Key departures leave Fennelly and the Cyclones at crossroads

Iowa State senior Seanna Johnson drives to the hoop during their game against Texas on Jan. 1. The Longhorns would go on to defeat the Cyclones 75-68. 

Jack Macdonald

When Jadda Buckley and Seanna Johnson played their last game for the Iowa State women’s basketball program it immediately put Bill Fennelly in a confusing situation.

Does the Iowa State coach of 22 years play for the future, or try and send seniors Emily Durr and Claire Ricketts out with a bang?

“We don’t have very many seniors,” Fennelly said. “For us as coaches, you’re coaching a team that in large part, a lot of the kids will be back next year. It’s kind of one of those things that you’re experimenting with a lot of different things.”

On one end, Fennelly brought in one of his most heralded recruiting classes in recent years and on the other, he is heading into the season with one-third of the big three from last season.

The big three consisted of Bridget Carleton, Buckley and Johnson as they accounted for nearly 61 percent of the team’s scoring last year. But, behind them it’s not much more promising for the Cyclones, a team that bowed out to Kansas State in the first round of the Big 12 tournament and then Syracuse in the first round of the NCAA tournament last season.

Following those three, the Cyclones have Meredith Burkhall and Durr who sit as the next best option after averaging 8 and 8.6 points per game, respectively. However, Durr is coming off of offseason Tommy John surgery on her elbow and was only cleared to resume basketball activities roughly three weeks ago.

“Bridget [Carleton] and [Meredith Burkhall],” Fennelly said of the starting lineup. “And then, it’s like the baseball playoffs. To be determined, game time decision or whatever.”

But after Durr and Burkhall is where red flags pop up all over the court. After Heather Bowe graduated and TeeTee Starks left for Arizona, the only other four Cyclones from last year’s roster combined for zero starts and not one averaged higher than eight minutes of playing time.

Even more eye popping though, the average scoring per game for Adriana Camber, Nia Washington, Claire Ricketts and Sofija Zivaljevic averaged just a little over 1.5. Considering the Cyclones averaged 73.8 points per game, good for the 33rd most in the country, that doesn’t boast well for a high-powered offense.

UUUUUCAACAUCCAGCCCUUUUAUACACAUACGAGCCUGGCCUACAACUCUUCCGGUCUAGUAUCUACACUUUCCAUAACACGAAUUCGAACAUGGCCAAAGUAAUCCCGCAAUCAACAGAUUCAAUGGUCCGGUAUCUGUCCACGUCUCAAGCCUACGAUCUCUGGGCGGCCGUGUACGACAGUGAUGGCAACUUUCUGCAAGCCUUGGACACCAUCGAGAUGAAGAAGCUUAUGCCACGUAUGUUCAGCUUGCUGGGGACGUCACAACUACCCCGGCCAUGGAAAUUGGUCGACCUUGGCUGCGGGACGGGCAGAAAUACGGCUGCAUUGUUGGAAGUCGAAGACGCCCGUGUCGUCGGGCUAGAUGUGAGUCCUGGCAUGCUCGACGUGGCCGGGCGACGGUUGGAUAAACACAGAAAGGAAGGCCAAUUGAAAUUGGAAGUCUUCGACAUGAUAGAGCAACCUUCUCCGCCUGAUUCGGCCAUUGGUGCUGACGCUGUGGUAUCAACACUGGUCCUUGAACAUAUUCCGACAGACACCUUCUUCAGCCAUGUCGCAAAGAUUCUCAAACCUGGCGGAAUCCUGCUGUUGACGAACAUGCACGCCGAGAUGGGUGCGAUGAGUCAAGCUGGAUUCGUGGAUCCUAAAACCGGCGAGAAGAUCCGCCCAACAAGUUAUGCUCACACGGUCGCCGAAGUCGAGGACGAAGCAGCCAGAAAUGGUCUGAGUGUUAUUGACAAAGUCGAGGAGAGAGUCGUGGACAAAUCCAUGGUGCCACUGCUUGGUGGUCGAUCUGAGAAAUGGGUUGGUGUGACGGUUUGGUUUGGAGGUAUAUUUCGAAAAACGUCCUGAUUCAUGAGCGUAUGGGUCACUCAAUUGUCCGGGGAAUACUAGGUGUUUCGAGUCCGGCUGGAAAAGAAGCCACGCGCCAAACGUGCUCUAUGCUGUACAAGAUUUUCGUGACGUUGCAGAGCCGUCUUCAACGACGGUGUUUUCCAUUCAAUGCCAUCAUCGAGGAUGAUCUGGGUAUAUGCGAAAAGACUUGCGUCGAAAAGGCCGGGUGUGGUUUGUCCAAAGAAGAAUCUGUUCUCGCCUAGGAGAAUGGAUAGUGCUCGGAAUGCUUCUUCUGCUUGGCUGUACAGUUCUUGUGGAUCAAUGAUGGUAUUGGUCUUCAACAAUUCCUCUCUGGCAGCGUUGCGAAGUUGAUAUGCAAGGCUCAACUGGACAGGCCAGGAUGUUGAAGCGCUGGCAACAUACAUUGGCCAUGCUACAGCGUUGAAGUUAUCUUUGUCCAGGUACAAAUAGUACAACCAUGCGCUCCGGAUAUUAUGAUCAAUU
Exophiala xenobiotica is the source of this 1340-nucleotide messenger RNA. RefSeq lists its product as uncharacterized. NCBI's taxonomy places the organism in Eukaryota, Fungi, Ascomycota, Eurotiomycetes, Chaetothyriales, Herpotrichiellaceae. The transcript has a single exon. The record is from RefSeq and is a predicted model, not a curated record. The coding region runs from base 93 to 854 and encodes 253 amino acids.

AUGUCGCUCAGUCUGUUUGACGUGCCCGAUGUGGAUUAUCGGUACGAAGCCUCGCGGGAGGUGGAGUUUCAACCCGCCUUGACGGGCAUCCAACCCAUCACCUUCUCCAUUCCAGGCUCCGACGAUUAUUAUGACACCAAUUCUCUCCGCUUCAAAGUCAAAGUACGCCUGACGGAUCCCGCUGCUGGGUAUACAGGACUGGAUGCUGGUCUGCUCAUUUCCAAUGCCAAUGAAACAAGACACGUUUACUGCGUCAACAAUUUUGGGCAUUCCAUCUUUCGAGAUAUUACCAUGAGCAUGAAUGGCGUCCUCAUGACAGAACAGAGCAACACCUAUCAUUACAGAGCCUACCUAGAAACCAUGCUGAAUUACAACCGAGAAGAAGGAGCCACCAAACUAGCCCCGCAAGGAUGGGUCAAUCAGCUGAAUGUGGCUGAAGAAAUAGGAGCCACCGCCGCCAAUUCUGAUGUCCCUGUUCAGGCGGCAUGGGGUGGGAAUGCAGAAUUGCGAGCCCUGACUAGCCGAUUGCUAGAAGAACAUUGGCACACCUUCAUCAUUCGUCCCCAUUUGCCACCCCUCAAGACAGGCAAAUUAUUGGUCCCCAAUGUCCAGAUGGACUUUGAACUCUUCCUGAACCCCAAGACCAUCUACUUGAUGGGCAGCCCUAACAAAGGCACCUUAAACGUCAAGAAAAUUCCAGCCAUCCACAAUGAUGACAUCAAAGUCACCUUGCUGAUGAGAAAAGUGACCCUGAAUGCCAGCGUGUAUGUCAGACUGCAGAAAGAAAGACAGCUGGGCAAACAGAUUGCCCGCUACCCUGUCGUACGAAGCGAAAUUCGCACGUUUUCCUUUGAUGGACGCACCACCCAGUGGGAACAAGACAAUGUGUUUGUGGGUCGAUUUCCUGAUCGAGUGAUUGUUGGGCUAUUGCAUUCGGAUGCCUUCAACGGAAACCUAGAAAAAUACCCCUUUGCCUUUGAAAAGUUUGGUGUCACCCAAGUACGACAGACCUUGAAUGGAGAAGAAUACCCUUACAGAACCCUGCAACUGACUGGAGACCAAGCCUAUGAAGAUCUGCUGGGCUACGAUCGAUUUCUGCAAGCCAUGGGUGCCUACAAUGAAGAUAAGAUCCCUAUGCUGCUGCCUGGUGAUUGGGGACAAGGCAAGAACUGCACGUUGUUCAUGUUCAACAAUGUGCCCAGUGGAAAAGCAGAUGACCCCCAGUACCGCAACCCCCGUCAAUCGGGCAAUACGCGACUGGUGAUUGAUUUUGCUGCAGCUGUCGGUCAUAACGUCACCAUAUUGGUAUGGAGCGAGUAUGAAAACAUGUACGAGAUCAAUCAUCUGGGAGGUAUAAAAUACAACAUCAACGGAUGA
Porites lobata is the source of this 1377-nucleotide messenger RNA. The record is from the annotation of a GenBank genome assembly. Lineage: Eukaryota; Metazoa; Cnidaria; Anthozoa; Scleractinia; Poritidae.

However, like said before, Fennelly has a recruiting class loaded with talent that will make an immediate impact on the court. Of course there is prized recruit Madison Wise, but then there is also Rae Johnson and Kristin Scott. Fennelly also added Bride Kennedy-Hopoate, a junior transfer that calls Australia home.

Kennedy-Hopoate brings something to Ames that the Cyclones haven’t had in a long time: size. The Brisbane native stands at six-feet-four and can score the ball as well. All-Star Girls Report rated her the No. 1 JUCO prospect after averaging 11.9 points and 5.9 rebounds per game at Hutchinson Community College. What’s even more impressive though, she accumulated those stats in an average of 19.1 minutes of playing time.

The size factor is what really intrigues Fennelly, though. The Cyclones haven’t had a player of Kennedy-Hopoate’s size be an impact since Bryanna Fernstrom in 2014-15 and Anna Prins from 2009-13. Fernstrom was a force for the Cyclones before transferring to Minnesota.

“Bride gives us a physical presence that we haven’t had here in forever,” Fennelly said. “I can’t remember the last time, if ever.”

Prins, who towered over the field at 6-foot-7, is one of Iowa State’s most decorated players in recent years. There’s the obvious reason, she was drafted No. 23 overall in the WNBA draft, but she also averaged 12.3 points and 5.3 rebounds per game her senior season. Prins was also the tallest player in Iowa State women’s basketball history.

“I expect a lot from myself,” Kennedy-Hopoate said. “I know we’re a special group and we can do amazing things. I expect from myself to be a leader, to always be up and push myself to be the best I can be for my team.

And on top of Kennedy-Hopoate’s size, the Cyclones also have Burkhall, Ricketts and Scott. All of which add depth in the post, Fennelly said.

The sole fact the Cyclones return Carleton and Durr is one of the main reasons why Fennelly is at a crossroads, but the loaded recruiting class can set up the Cyclones in coming years when the three freshman have acclimated to the college game.

Whatever route the Cyclones take, Fennelly isn’t one to throw in the towel before the season starts and maybe, just maybe the trio of very talented veterans and the trio of very talented freshman, mixed with a few other players will spark the offense and allow them to make the NCAA tournament for the seventh time since 2010.

“I think we can go pretty far,” said Rae Johnson. “We’ve had pretty good team chemistry even though we’re young and it’s early.”